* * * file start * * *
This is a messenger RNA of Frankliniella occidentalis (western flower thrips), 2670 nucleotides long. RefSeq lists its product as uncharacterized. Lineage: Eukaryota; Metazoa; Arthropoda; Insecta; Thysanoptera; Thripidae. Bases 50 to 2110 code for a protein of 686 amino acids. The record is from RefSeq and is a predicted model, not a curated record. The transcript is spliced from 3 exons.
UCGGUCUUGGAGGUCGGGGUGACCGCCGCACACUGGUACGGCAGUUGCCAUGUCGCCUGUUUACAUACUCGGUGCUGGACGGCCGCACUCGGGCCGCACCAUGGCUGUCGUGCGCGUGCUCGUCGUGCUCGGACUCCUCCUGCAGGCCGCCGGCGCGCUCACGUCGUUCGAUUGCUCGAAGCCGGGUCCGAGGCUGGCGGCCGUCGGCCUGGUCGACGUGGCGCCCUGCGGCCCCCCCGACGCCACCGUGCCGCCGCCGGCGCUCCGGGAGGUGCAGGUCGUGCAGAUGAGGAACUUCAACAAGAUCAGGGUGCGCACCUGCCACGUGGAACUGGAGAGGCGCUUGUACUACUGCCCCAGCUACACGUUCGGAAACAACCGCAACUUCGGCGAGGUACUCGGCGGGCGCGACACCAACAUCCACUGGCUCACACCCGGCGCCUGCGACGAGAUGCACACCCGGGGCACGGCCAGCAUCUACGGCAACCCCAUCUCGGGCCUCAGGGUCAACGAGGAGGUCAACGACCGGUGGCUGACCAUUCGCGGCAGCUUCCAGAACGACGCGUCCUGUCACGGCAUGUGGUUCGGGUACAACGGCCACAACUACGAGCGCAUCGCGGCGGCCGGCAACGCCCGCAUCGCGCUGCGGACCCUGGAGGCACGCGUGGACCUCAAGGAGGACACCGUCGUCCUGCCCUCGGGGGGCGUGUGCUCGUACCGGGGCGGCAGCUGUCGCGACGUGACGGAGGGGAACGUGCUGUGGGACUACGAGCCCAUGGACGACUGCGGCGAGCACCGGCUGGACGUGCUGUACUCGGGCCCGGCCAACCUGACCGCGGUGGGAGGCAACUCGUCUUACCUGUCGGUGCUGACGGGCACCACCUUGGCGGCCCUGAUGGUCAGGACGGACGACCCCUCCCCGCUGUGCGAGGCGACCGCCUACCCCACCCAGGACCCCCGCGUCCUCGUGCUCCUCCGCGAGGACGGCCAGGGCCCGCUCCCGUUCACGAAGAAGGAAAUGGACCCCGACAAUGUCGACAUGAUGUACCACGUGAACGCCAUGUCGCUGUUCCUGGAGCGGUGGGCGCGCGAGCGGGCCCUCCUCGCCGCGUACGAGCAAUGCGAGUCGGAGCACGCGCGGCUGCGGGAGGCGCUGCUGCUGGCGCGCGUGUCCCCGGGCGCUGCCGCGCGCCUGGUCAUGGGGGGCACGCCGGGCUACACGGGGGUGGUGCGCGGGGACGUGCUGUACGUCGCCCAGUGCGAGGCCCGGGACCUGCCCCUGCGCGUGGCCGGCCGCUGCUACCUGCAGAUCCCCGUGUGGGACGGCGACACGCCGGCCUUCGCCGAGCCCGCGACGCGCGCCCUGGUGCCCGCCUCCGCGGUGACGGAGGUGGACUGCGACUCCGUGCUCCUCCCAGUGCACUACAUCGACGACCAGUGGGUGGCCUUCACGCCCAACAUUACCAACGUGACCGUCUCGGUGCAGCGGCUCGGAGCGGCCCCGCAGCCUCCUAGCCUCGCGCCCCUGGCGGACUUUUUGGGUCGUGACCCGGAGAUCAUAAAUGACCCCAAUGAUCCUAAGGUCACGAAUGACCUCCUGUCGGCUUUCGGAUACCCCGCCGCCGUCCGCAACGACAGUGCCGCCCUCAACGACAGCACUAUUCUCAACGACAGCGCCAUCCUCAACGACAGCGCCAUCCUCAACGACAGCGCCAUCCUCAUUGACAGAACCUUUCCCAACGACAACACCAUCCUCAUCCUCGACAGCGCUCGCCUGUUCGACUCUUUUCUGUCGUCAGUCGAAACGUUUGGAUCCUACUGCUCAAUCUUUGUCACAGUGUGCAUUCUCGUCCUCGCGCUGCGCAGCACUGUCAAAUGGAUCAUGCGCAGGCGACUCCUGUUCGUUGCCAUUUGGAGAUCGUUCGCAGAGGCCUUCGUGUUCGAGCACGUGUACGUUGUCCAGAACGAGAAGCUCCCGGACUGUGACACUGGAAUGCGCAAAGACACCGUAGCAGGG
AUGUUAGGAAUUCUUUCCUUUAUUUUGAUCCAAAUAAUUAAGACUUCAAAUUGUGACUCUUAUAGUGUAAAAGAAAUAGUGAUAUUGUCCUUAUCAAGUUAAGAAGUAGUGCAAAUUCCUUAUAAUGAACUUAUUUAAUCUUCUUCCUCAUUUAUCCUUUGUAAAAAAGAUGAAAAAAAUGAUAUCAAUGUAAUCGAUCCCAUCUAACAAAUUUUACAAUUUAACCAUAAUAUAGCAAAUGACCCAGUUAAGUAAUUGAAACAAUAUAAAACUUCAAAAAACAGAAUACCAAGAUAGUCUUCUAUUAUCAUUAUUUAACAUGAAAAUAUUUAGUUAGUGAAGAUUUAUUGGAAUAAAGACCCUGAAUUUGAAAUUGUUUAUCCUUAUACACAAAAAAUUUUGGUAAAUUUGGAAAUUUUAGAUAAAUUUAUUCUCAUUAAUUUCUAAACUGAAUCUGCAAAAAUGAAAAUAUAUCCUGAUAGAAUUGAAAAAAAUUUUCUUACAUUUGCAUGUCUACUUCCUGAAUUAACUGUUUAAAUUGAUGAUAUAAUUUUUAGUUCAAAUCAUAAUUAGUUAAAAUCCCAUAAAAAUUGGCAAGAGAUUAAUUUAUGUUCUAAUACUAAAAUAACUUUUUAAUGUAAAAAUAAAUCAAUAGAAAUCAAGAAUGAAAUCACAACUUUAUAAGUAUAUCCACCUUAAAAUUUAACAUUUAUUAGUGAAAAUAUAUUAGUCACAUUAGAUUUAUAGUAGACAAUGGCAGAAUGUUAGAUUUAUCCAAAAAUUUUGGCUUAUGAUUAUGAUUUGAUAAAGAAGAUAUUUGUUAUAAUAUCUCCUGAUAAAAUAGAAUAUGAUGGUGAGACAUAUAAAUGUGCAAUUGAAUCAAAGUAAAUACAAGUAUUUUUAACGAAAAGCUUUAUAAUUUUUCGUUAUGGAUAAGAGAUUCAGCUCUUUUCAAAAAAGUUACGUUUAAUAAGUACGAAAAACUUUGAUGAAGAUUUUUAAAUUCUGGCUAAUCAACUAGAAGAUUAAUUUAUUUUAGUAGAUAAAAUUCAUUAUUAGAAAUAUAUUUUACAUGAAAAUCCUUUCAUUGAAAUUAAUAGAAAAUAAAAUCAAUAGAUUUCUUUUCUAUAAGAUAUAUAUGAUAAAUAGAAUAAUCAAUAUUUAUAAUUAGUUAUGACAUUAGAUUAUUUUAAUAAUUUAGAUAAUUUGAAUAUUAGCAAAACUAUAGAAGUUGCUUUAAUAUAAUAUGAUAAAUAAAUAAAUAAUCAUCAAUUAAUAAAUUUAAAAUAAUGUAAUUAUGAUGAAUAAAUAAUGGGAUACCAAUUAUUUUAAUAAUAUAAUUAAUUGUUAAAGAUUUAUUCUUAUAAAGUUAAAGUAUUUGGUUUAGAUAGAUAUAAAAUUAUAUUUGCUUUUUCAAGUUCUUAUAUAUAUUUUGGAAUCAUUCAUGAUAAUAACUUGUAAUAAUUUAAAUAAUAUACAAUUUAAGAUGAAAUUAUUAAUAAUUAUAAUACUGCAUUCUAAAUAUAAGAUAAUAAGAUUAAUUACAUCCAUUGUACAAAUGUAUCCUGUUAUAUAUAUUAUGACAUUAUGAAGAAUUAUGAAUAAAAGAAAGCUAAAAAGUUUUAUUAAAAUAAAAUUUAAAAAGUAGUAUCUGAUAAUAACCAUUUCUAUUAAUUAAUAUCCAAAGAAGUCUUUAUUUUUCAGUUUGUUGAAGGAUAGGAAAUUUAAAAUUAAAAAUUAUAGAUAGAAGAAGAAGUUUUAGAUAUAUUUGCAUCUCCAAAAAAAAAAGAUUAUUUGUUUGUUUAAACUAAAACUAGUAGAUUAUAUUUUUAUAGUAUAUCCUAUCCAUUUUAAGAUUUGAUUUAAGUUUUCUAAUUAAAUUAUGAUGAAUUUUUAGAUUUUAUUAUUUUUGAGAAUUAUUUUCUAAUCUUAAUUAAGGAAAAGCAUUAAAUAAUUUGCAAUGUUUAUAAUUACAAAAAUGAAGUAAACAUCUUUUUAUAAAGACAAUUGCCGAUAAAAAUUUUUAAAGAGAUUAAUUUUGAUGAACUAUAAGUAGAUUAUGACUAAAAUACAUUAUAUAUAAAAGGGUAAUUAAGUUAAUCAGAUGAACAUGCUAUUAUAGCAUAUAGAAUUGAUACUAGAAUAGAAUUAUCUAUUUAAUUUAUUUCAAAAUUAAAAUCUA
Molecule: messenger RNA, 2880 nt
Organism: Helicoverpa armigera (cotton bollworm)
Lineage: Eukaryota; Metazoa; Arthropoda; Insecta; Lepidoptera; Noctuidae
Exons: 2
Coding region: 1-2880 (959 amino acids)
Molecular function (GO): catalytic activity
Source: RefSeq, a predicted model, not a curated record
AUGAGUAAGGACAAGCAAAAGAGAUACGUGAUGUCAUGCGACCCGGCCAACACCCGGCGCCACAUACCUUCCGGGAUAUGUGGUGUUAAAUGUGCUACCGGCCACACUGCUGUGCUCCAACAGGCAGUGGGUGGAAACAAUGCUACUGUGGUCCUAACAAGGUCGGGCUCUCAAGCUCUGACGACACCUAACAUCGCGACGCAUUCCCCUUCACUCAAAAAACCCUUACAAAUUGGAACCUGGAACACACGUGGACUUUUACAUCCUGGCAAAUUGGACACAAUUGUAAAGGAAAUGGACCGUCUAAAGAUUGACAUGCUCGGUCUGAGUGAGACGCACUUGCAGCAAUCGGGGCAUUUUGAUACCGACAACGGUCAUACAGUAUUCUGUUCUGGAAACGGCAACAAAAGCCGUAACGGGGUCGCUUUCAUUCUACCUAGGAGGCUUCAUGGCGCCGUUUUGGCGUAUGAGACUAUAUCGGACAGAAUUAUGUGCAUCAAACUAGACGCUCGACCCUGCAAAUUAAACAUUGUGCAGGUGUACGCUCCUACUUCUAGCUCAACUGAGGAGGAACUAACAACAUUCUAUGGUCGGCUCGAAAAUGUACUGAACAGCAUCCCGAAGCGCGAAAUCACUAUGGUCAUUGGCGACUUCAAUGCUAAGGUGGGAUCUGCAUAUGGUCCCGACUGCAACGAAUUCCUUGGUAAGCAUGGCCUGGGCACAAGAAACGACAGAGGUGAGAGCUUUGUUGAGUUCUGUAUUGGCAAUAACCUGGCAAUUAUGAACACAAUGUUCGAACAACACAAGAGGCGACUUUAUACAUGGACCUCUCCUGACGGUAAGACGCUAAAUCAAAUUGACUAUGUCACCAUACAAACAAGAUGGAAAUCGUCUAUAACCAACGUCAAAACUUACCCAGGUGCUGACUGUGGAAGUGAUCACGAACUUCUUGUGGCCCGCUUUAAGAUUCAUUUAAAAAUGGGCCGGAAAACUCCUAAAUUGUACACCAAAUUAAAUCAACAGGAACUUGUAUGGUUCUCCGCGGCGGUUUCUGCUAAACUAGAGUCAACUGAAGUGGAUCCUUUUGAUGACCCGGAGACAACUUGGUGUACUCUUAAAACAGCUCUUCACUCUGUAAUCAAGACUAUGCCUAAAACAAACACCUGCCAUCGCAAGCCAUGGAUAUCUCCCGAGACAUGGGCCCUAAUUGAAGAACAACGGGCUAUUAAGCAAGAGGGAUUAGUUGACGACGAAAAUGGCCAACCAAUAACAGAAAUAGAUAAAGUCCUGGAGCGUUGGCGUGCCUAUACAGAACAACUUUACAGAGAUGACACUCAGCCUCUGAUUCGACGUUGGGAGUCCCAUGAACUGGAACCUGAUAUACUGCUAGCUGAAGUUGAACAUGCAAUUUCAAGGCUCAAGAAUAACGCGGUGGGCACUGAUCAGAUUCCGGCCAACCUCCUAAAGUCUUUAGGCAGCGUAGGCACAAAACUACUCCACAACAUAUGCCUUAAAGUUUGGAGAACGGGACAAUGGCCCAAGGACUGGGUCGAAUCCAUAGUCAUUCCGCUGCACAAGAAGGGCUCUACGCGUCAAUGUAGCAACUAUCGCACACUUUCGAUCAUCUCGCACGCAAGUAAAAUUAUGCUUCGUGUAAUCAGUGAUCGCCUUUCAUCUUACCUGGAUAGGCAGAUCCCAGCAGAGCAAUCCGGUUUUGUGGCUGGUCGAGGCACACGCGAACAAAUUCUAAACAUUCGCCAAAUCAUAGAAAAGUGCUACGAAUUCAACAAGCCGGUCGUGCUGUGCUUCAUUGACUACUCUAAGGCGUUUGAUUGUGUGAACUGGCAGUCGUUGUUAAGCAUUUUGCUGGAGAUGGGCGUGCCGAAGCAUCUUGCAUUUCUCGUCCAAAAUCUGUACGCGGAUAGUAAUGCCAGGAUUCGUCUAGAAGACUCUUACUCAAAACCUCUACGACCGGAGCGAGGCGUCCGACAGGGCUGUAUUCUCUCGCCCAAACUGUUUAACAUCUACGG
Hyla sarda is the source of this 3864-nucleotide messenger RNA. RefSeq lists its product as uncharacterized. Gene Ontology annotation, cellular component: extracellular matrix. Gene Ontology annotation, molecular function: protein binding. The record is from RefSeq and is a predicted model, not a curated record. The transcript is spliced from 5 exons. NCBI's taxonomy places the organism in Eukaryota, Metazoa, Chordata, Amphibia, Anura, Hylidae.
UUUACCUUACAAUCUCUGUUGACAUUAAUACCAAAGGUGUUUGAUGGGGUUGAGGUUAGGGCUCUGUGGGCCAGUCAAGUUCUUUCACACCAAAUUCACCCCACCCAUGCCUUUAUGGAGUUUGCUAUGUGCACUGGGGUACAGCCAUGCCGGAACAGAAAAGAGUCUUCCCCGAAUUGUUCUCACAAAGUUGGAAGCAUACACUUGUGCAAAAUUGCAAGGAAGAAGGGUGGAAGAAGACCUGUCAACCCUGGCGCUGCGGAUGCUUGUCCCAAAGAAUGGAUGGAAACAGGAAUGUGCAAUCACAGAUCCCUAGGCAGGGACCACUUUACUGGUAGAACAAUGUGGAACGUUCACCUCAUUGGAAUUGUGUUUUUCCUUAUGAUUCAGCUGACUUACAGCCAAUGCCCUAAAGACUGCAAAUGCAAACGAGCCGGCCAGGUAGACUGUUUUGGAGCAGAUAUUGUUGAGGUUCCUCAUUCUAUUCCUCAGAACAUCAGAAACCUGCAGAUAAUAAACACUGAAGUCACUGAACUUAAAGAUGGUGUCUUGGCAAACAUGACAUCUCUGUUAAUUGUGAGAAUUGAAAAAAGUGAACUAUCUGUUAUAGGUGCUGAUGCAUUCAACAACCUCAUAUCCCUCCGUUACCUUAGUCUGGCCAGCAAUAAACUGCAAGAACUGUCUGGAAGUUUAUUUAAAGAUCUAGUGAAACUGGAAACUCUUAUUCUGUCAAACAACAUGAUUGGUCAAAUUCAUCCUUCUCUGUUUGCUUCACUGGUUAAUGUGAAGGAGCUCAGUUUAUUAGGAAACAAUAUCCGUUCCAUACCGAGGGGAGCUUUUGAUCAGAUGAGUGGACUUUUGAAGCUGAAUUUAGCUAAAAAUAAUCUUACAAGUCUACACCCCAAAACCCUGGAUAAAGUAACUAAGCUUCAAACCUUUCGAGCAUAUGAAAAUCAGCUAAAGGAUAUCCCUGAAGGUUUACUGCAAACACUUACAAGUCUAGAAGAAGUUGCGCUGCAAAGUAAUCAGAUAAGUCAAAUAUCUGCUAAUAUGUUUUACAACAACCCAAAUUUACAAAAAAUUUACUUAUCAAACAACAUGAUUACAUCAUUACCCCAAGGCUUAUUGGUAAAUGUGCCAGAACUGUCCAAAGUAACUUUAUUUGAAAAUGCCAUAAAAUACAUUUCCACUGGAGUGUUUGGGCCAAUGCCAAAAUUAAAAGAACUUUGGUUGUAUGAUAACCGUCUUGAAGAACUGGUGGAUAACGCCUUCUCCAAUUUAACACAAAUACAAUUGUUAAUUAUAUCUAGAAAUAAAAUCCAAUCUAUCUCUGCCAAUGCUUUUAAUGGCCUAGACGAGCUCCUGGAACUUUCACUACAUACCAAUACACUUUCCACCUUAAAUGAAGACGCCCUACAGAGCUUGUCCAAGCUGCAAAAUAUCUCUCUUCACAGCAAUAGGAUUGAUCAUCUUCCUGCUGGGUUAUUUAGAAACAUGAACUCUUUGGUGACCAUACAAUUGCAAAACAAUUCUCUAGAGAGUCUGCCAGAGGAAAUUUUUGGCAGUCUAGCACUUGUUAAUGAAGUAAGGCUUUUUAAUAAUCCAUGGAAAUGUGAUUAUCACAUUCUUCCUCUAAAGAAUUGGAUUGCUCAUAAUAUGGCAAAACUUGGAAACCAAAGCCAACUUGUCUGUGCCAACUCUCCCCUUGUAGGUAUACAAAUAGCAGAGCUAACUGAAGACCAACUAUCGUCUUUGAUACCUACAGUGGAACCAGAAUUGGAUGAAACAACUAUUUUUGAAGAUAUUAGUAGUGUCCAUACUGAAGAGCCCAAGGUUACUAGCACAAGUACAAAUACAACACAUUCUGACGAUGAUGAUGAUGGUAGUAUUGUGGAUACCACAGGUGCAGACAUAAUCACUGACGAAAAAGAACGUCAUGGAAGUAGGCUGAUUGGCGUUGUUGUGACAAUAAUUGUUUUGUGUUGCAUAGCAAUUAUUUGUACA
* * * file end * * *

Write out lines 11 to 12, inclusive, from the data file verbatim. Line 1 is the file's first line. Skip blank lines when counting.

AUGAGUAAGGACAAGCAAAAGAGAUACGUGAUGUCAUGCGACCCGGCCAACACCCGGCGCCACAUACCUUCCGGGAUAUGUGGUGUUAAAUGUGCUACCGGCCACACUGCUGUGCUCCAACAGGCAGUGGGUGGAAACAAUGCUACUGUGGUCCUAACAAGGUCGGGCUCUCAAGCUCUGACGACACCUAACAUCGCGACGCAUUCCCCUUCACUCAAAAAACCCUUACAAAUUGGAACCUGGAACACACGUGGACUUUUACAUCCUGGCAAAUUGGACACAAUUGUAAAGGAAAUGGACCGUCUAAAGAUUGACAUGCUCGGUCUGAGUGAGACGCACUUGCAGCAAUCGGGGCAUUUUGAUACCGACAACGGUCAUACAGUAUUCUGUUCUGGAAACGGCAACAAAAGCCGUAACGGGGUCGCUUUCAUUCUACCUAGGAGGCUUCAUGGCGCCGUUUUGGCGUAUGAGACUAUAUCGGACAGAAUUAUGUGCAUCAAACUAGACGCUCGACCCUGCAAAUUAAACAUUGUGCAGGUGUACGCUCCUACUUCUAGCUCAACUGAGGAGGAACUAACAACAUUCUAUGGUCGGCUCGAAAAUGUACUGAACAGCAUCCCGAAGCGCGAAAUCACUAUGGUCAUUGGCGACUUCAAUGCUAAGGUGGGAUCUGCAUAUGGUCCCGACUGCAACGAAUUCCUUGGUAAGCAUGGCCUGGGCACAAGAAACGACAGAGGUGAGAGCUUUGUUGAGUUCUGUAUUGGCAAUAACCUGGCAAUUAUGAACACAAUGUUCGAACAACACAAGAGGCGACUUUAUACAUGGACCUCUCCUGACGGUAAGACGCUAAAUCAAAUUGACUAUGUCACCAUACAAACAAGAUGGAAAUCGUCUAUAACCAACGUCAAAACUUACCCAGGUGCUGACUGUGGAAGUGAUCACGAACUUCUUGUGGCCCGCUUUAAGAUUCAUUUAAAAAUGGGCCGGAAAACUCCUAAAUUGUACACCAAAUUAAAUCAACAGGAACUUGUAUGGUUCUCCGCGGCGGUUUCUGCUAAACUAGAGUCAACUGAAGUGGAUCCUUUUGAUGACCCGGAGACAACUUGGUGUACUCUUAAAACAGCUCUUCACUCUGUAAUCAAGACUAUGCCUAAAACAAACACCUGCCAUCGCAAGCCAUGGAUAUCUCCCGAGACAUGGGCCCUAAUUGAAGAACAACGGGCUAUUAAGCAAGAGGGAUUAGUUGACGACGAAAAUGGCCAACCAAUAACAGAAAUAGAUAAAGUCCUGGAGCGUUGGCGUGCCUAUACAGAACAACUUUACAGAGAUGACACUCAGCCUCUGAUUCGACGUUGGGAGUCCCAUGAACUGGAACCUGAUAUACUGCUAGCUGAAGUUGAACAUGCAAUUUCAAGGCUCAAGAAUAACGCGGUGGGCACUGAUCAGAUUCCGGCCAACCUCCUAAAGUCUUUAGGCAGCGUAGGCACAAAACUACUCCACAACAUAUGCCUUAAAGUUUGGAGAACGGGACAAUGGCCCAAGGACUGGGUCGAAUCCAUAGUCAUUCCGCUGCACAAGAAGGGCUCUACGCGUCAAUGUAGCAACUAUCGCACACUUUCGAUCAUCUCGCACGCAAGUAAAAUUAUGCUUCGUGUAAUCAGUGAUCGCCUUUCAUCUUACCUGGAUAGGCAGAUCCCAGCAGAGCAAUCCGGUUUUGUGGCUGGUCGAGGCACACGCGAACAAAUUCUAAACAUUCGCCAAAUCAUAGAAAAGUGCUACGAAUUCAACAAGCCGGUCGUGCUGUGCUUCAUUGACUACUCUAAGGCGUUUGAUUGUGUGAACUGGCAGUCGUUGUUAAGCAUUUUGCUGGAGAUGGGCGUGCCGAAGCAUCUUGCAUUUCUCGUCCAAAAUCUGUACGCGGAUAGUAAUGCCAGGAUUCGUCUAGAAGACUCUUACUCAAAACCUCUACGACCGGAGCGAGGCGUCCGACAGGGCUGUAUUCUCUCGCCCAAACUGUUUAACAUCUACGG
Hyla sarda is the source of this 3864-nucleotide messenger RNA. RefSeq lists its product as uncharacterized. Gene Ontology annotation, cellular component: extracellular matrix. Gene Ontology annotation, molecular function: protein binding. The record is from RefSeq and is a predicted model, not a curated record. The transcript is spliced from 5 exons. NCBI's taxonomy places the organism in Eukaryota, Metazoa, Chordata, Amphibia, Anura, Hylidae.